Up until this point, they had read Zadie Smith, Claudia Rankine, James Baldwin, Fred Moten, and watched Fruitvale Station; we were just soaking in a bunch of genius and crying a lot. But when they read Kiese Laymon’s How to Slowly Kill Yourself and Others in America it was over. Fan favorite. We had our Skype conversation with him during what ended up being Family Week and every single parent, child, and sweaty-ass teacher in that room was in love with that guy by the end of the hour.
If you don’t know Kiese Laymon’s work — which also includes Long Division and the upcoming memoir, Heavy — if you don’t follow him on Facebook, you simply don’t understand. Suffice it to say: He embodies something that we direly need right now. Let’s just take a moment to close our eyes and send him a few beams of love and light.
When I found out that I was going to get to have a conversation with him again, the first thing I wanted to talk about was this very painful conversation that I watched online between Laymon and the essayist Phillip Lopate at Columbia University. I kept watching the moment (25:40) when Laymon says that James Baldwin may have made a mistake by extending so much love to a white male reader. Lopate looks out at the audience and smirks, then says, “I don’t agree.” “Let’s go,” Laymon responds.
AISHA SABATINI SLOAN: I just started to rewatch that interview you did with Phillip Lopate about James Baldwin. It makes my joints ache. I’m fascinated by the way he keeps shifting the conversation as soon as it begins to implicate him personally by, for instance, calling the idea that we’re living in the fire next time “melodrama.” And then you say: “The fucked-up thing is you don’t know you’re burning.” And he finds a way to wiggle out of the spotlight, partly because you’ve made it feel like both a hypothetical assertion and a direct accusation all at the same time.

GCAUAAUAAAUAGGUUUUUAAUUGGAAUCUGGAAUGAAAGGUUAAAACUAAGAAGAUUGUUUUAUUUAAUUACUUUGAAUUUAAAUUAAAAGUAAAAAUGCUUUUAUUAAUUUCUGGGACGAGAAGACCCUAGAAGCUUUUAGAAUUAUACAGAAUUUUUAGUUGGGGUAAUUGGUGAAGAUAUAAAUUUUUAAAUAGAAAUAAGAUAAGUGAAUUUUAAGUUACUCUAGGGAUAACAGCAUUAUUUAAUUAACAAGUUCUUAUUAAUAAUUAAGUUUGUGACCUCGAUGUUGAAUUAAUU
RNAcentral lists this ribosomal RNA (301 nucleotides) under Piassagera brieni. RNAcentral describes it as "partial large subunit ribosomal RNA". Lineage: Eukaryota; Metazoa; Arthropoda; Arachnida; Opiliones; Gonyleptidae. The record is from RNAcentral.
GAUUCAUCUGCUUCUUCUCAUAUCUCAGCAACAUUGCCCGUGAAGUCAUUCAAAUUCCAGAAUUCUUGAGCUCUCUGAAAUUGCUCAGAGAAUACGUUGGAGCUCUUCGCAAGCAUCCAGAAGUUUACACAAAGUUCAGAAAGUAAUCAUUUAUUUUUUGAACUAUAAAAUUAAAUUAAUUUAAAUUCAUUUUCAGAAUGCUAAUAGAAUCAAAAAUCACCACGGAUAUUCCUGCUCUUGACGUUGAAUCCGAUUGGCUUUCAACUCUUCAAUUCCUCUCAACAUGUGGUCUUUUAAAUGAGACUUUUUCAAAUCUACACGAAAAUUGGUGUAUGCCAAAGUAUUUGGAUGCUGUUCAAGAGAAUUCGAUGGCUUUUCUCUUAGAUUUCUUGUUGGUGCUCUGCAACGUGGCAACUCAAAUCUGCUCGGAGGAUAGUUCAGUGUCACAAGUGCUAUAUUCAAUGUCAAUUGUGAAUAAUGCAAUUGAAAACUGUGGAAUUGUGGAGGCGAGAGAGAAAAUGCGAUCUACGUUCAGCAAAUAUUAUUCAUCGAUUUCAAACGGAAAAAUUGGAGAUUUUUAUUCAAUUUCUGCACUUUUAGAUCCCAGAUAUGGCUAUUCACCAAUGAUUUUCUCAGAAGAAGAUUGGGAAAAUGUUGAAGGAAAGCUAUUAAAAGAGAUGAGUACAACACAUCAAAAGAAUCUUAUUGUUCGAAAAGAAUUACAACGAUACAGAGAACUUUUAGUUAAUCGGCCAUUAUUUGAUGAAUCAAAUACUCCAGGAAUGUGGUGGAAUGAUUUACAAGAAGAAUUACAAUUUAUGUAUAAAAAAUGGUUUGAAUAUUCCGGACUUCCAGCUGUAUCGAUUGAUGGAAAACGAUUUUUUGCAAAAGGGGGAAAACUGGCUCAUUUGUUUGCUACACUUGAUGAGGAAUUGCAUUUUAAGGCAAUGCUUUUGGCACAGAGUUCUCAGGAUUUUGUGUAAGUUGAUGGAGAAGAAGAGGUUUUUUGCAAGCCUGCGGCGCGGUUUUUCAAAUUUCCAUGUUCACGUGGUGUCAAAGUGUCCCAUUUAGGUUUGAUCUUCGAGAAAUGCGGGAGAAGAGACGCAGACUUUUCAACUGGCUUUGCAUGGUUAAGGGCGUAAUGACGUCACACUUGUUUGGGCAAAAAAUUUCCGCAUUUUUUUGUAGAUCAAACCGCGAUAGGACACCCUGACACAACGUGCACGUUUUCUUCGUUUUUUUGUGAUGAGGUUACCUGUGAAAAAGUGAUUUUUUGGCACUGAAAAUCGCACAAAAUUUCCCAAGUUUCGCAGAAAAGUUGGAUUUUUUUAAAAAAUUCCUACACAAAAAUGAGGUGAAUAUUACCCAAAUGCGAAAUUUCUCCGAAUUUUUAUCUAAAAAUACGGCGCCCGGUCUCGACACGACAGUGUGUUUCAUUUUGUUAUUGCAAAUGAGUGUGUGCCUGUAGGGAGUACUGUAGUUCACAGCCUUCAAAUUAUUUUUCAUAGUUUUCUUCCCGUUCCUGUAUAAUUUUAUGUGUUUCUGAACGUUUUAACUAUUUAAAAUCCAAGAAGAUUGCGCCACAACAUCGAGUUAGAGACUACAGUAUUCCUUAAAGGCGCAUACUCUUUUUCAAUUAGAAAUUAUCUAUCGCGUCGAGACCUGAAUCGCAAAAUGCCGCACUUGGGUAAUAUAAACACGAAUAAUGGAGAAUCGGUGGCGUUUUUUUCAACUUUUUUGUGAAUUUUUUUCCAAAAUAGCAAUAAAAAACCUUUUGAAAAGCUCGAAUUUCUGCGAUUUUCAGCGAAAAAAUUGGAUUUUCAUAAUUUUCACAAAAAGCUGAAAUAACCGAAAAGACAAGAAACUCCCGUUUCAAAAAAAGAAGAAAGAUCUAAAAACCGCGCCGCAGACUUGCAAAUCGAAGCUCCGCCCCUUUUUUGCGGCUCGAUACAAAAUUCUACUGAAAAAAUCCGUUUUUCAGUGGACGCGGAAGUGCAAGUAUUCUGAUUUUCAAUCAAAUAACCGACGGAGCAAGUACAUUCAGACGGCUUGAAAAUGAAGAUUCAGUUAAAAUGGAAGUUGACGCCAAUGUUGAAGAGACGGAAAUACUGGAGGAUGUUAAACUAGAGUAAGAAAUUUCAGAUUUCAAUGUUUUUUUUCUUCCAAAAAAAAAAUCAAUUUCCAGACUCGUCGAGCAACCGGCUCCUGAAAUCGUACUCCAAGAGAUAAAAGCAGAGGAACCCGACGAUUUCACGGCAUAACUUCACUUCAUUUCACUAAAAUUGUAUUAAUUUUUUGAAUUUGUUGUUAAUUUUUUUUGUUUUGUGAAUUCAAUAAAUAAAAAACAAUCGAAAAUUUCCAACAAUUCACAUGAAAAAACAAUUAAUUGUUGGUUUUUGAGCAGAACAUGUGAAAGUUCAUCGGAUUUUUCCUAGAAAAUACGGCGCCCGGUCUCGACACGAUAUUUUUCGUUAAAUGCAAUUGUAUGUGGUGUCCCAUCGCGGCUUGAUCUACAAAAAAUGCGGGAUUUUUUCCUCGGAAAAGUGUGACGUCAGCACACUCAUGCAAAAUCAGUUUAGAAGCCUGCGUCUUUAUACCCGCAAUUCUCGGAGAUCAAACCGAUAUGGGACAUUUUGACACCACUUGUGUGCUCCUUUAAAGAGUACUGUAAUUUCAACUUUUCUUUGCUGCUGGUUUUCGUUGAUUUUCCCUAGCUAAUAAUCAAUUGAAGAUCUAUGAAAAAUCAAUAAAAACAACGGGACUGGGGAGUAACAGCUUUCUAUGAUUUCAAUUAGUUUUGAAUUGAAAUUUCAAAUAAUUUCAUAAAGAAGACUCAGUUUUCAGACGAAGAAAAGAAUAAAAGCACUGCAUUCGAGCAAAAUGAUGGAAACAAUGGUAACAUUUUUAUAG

Would you be up for talking about this conversation at all? The subtext is just … explosive.
KIESE LAYMON: That conversation was wonderful and brutal. Lopate means a lot to so many of us essayists and/but it means a lot when Lopate doesn’t or can’t take seriously Baldwin’s plea or critique because he’s exactly who Baldwin, for better and worse, was writing to. You know what I mean? That’s not Trump up there on that stage with me. That’s Lopate. So yeah, I was happy we had the conversation but it was also really sad.
AISHA: That balancing act you’re up to with Lopate, between reverence and critique, is part of what I am so curious about in terms of how you approach your work and how you articulate your values around aesthetic and audience.
Recently, I’ve been grieving the grad school experience that I could have had if my professors were more like, well, you. I still feel unschooled in a way. I get really sad about this when I think about how much I could have learned about what I was up to if my very white, Southwestern professor hadn’t told me in a pretty explicitly colonial posture: “I can’t read this” and “I’m not interested in this stuff.” But the other day I was with a friend from grad school and we saw a photograph of that professor and I said to my friend, “The thing is, I love him.” I’d watched him keep it together through the hospitalization of his wife. When I see him around town, in his old age now, I feel mostly affection. And my friend said, “It’s almost biblical.” And it’s true. It’s spiritual work. But it’s frustrating to see the other person in this dynamic avoid it. Which of course is so much of Baldwin’s point.